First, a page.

Me: I assume you don't have GPAs. So, what do you guys have?
Becky's Response: So in Primary Schools, students get their SAT exam marks which show what level that are learning at. These go from Level 1 - Level 8. At the end of Primary school, all pupils in theory should be a Level 3, 4 or 5. If students get Level 5, this is good news indeed.

In Senior school students sit GCSEs for all the subjects that they study. GCSEs are qualifications which are recognised by employers and further education colleges. Usually their marks are made up of coursework and exams. The highest mark you can get is an A*. The lowest is a G. The government regards C or above as good. When I was in school, we took 9 GCSEs. Now students can take up to 15 GCSES I believe, which to me sounds crazy. Colleges require 5 Cs or above to get onto A Level courses.

Me: Do you have religious education? We don't unless you go after school or to a private religious school....very curious about this one.
Becky's response: Religious edcuation is part of the National Curriculum. It is usually studied up to Year 9 (when pupils are 14). It covers a whole wealth of religions and they learn the traditions and ceremonies of each one. If parents do not want their children to study RE, then they can ask for their child to be opted out of those lessons. Some of our schools are religious schools or what we describe as "faith" schools. Even they have religious education, I believe. My mum works in a Church of England school and they celebrate festivals from a host of religions, Sikh, Muslim, Judiasm. Part of our Curriculum teaches citizenship and this is about celebrating diversity as much as anything else.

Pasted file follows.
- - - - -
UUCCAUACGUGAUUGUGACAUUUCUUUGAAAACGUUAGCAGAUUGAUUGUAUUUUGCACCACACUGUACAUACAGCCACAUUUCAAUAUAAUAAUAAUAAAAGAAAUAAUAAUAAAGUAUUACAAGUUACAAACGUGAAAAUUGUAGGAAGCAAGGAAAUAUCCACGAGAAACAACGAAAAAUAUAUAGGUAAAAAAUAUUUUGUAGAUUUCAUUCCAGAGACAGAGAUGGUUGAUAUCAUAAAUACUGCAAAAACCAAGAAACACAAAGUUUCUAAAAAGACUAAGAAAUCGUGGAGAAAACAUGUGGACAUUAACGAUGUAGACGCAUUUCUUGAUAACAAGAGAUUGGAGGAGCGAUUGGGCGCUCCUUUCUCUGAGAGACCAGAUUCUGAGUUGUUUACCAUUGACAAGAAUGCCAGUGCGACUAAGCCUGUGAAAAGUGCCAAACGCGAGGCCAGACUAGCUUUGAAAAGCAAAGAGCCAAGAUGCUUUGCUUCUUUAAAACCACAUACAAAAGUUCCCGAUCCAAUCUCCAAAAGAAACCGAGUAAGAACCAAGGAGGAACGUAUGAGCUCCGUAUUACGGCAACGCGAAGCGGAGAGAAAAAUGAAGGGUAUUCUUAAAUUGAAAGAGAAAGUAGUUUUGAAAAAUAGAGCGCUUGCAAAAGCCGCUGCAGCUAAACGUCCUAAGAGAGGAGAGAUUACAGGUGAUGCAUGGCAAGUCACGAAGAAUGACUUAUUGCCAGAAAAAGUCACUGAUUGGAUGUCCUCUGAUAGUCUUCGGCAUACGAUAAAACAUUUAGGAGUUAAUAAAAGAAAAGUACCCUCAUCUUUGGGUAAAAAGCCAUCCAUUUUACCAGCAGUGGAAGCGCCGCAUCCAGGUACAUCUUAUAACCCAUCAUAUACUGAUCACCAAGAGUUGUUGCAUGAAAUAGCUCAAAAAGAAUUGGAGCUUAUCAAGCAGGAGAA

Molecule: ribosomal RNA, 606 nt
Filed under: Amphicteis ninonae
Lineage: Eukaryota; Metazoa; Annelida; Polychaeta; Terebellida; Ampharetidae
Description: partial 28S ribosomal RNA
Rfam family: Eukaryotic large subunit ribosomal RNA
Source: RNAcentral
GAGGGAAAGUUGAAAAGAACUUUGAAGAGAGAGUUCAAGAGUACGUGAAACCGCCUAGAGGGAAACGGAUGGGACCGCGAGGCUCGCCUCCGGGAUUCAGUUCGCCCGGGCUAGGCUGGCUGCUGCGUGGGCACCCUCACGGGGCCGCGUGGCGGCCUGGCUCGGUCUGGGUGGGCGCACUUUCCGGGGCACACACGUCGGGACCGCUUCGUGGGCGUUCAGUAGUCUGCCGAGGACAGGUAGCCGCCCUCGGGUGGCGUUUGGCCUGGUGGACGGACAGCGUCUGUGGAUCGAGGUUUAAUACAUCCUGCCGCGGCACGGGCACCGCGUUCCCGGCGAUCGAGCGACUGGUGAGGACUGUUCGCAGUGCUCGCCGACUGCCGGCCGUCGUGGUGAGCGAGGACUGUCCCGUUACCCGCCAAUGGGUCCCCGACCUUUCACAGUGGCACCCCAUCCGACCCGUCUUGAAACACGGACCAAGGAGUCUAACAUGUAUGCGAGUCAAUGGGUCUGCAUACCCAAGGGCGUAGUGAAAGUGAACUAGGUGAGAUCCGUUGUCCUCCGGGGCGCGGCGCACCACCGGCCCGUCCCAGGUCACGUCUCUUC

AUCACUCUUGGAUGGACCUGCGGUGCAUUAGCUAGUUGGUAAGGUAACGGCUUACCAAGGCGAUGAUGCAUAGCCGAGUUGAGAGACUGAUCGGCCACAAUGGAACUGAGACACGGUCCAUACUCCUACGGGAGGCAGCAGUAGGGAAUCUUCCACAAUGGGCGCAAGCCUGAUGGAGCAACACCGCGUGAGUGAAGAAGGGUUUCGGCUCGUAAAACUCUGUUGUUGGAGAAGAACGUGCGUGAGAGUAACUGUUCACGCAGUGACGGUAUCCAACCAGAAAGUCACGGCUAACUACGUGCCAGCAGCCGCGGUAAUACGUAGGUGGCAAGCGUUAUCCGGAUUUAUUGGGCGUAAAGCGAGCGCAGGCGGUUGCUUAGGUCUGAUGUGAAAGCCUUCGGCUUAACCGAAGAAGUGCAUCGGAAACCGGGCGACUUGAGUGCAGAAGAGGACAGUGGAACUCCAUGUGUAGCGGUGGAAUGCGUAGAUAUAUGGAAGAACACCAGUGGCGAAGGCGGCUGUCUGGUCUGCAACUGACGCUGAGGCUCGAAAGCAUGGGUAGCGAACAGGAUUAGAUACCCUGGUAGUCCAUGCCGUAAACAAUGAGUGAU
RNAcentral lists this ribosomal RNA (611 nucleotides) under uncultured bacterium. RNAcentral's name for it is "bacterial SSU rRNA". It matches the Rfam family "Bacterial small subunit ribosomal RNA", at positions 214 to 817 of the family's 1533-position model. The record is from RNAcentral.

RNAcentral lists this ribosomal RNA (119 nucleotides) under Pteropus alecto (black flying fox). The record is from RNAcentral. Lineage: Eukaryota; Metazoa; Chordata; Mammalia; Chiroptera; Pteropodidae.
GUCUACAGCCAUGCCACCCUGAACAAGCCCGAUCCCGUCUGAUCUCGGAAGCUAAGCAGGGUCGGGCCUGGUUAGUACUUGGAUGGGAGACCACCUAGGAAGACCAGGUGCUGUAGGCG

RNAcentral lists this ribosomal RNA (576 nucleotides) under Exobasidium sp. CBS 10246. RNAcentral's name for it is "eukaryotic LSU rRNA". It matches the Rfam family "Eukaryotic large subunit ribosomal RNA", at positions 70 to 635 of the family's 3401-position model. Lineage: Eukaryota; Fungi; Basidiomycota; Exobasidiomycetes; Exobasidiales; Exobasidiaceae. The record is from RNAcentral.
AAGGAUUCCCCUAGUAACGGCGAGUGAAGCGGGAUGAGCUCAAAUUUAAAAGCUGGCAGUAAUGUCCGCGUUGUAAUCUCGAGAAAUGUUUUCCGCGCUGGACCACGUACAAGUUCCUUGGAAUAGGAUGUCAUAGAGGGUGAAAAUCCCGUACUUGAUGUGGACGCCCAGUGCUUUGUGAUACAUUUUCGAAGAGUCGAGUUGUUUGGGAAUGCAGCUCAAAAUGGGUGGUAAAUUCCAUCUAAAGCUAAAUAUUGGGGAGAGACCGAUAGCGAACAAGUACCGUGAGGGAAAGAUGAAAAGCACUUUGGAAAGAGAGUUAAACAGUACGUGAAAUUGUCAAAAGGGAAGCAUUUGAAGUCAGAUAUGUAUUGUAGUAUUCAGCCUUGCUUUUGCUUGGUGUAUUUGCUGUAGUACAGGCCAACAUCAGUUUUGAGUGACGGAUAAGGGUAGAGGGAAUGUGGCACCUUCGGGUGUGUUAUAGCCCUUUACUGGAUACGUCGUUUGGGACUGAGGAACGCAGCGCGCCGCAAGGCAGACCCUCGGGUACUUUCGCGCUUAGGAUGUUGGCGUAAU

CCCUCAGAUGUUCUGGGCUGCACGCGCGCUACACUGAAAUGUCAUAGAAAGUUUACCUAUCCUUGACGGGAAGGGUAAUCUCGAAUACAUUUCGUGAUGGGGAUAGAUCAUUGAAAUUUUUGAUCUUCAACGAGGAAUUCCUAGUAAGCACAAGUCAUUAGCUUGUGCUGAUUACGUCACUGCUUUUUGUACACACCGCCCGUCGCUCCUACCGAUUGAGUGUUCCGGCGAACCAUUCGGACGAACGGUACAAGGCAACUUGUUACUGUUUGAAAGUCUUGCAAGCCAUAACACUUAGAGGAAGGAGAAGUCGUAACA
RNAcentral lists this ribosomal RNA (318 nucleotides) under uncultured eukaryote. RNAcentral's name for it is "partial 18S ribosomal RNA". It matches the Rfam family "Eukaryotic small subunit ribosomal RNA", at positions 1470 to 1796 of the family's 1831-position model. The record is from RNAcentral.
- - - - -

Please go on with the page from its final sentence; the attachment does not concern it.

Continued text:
Me: At what age do the students start learning a foreign language?
Becky's Response: This varies depending on the type of school. In Private schools like mine pupils begin learning French in Year 3. But even in Years 1 and 2 they explore many different languages. In state schools students are not required to learn a language until they are in Year 7. Although, there is a new Curriculum being implemented which means they will start learning French in Primary schools. I'm not quite sure which year they will be taught that in though. It used to be a requirement that students studied a foreign language for their GCSEs but now it is no longer statutory. They can choose.